Thankfully, I ended up going to another doctor for a second opinion, who helped me way more than that other “doctor” ever could. A few weeks later I had surgery to remove my gallbladder, and I have not had any pain like I did from those attacks ever since. In addition, since then I have been diagnosed with Polycystic Ovarian Syndrome (PCOS). I was diagnosed in 2010, but it was a diagnosis that I should have received back in 2007, when I was seeing the endocrinologist. She should have found it considering her specialty in endocrinology, yet she did not. My new excellent doctor says that is part of the reason why I have struggled with my weight and blood sugar so much, and more recently my blood pressure too. PCOS messes with many areas of the body. That doesn’t mean my poor eating habits have not had anything to do with it. They’ve had everything to do with it. It’s just that PCOS has had a hand in it as well.
So, Back to the Enjoyable Topic of Weight Loss
By the time that my gallbladder had been removed, I had lost close to 70 pounds. We’re talking about a 5-month time frame. Part of that was due to the diet, but the rest was due to being unable to eat anything for two months due to the agonizing gallbladder attacks. But that doctor thought we should wait to see if it got worse.
Anger rising… rising… two deep breaths… ok, calm.
I still had more to lose, but I was feeling great and was getting in good shape, as I exercised regularly as well. I was proud of myself, and I thought that maybe this was it. I was going to finally lose weight and keep it off. I was no longer dieting on that 800-calorie restriction, and had went to a higher allotment. I kept losing while doing that, though. Unfortunately though, in March of the next year, my mom got sick.
She’s much better now, but at the time she had serious issues with circulation in her legs, and that March she had to be taken to the Emergency for the problem. This would be the first of four visits to the Emergency that year. From that point forward, my mom progressively got weaker and weaker as the year moved on. And, by the time the fall came around, I saw a completely different woman in front of me.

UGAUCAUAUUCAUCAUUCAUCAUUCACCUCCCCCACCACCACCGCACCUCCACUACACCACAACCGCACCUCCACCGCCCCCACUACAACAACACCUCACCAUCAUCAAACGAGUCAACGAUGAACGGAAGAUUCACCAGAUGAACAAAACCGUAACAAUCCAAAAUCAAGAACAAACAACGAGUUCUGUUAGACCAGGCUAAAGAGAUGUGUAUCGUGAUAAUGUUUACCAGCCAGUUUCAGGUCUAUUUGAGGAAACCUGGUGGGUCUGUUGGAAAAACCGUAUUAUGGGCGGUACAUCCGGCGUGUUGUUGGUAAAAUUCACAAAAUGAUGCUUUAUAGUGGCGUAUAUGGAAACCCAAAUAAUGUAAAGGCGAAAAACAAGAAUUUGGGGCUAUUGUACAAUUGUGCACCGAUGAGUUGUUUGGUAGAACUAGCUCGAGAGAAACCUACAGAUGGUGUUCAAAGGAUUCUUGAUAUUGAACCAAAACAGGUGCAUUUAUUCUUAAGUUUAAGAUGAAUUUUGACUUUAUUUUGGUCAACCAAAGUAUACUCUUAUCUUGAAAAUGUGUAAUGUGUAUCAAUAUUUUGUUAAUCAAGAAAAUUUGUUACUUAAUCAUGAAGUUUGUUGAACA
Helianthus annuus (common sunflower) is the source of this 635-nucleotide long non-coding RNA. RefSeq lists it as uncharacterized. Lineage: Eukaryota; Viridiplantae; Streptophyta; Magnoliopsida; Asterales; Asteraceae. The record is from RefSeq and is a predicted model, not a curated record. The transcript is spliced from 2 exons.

As my mom got weaker, I began to change too. My depression, which had subsided prior to this, was returning, and with it my poor eating habits did too. I was turning to food for comfort and I did not care what was happening to my body. And, by the time 2009 came and I sunk into the darkest and deepest depression that I had ever experienced at that point, I was no longer thinking about weight loss. I stopped caring about everything. So, I couldn’t care less if I gained weight because it just didn’t matter. There was a part of me that had hoped that if I kept eating, then maybe I’d gain enough weight to cause a heart attack, and then I wouldn’t have to do the job of ridding myself from this world. Nature would just take its course.
When the Concern Returned
After my diagnosis and the bipolar medications started to work, I was becoming stable again and my desire to get healthy started to return as well. I did not have the motivation or drive to be able to do it, though. I was fortunate though, I had someone in my life who had a way to “fix” all of my problems… bipolar and all.
“Have weight loss surgery, you’ll lose weight, you’ll be beautiful, and your bipolar will go away.”
I’ve mentioned that above quote before in the Expectations post I mentioned earlier. This was a statement that was made to me last year, by a woman who thought she was helping. Yeah, I don’t understand what she was thinking, either.
I was a mess after hearing this. I felt as if I was being crushed in multiple ways. First of all, she was obviously lacking in knowledge about bipolar, which made me feel horribly misunderstood. And then secondly, I felt completely insulted. So, let me get this straight. I have bipolar because I’m overweight, and in order to get rid of that bipolar I need to lose weight. Then, by doing so, not only will I be “cured”, but I will also become beautiful, since obviously she thought I was the walking definition of hideousness itself. Well, geeze! Why worry about weight loss at all? Just plant me on the hood of an Air Force fighter jet and I can scare away the enemy with a single glance.
Upon my retelling of this to my therapist, she summed up my feelings and emotions about what was said to me best. “Oh, Bullsh*t!” She immediately turned red and covered her mouth, but it was just an honest and real reaction that flew out of her mouth before she could censor it. And, I’m so thankful it was not censored. I needed to hear that. I needed it because at that point I felt like a worthless and disgusting human being. What added to this great feeling was when upon telling my psychiatrist the woman’s comment at my next appointment with her, she asked me what my therapist said. And when I told her, she said that she agreed with my therapist’s sentiment. I’m so thankful that I now have doctors who treat me like a real person, even when they’re talking about mental illness and my weight.
Hypomania – My Weight Loss Drug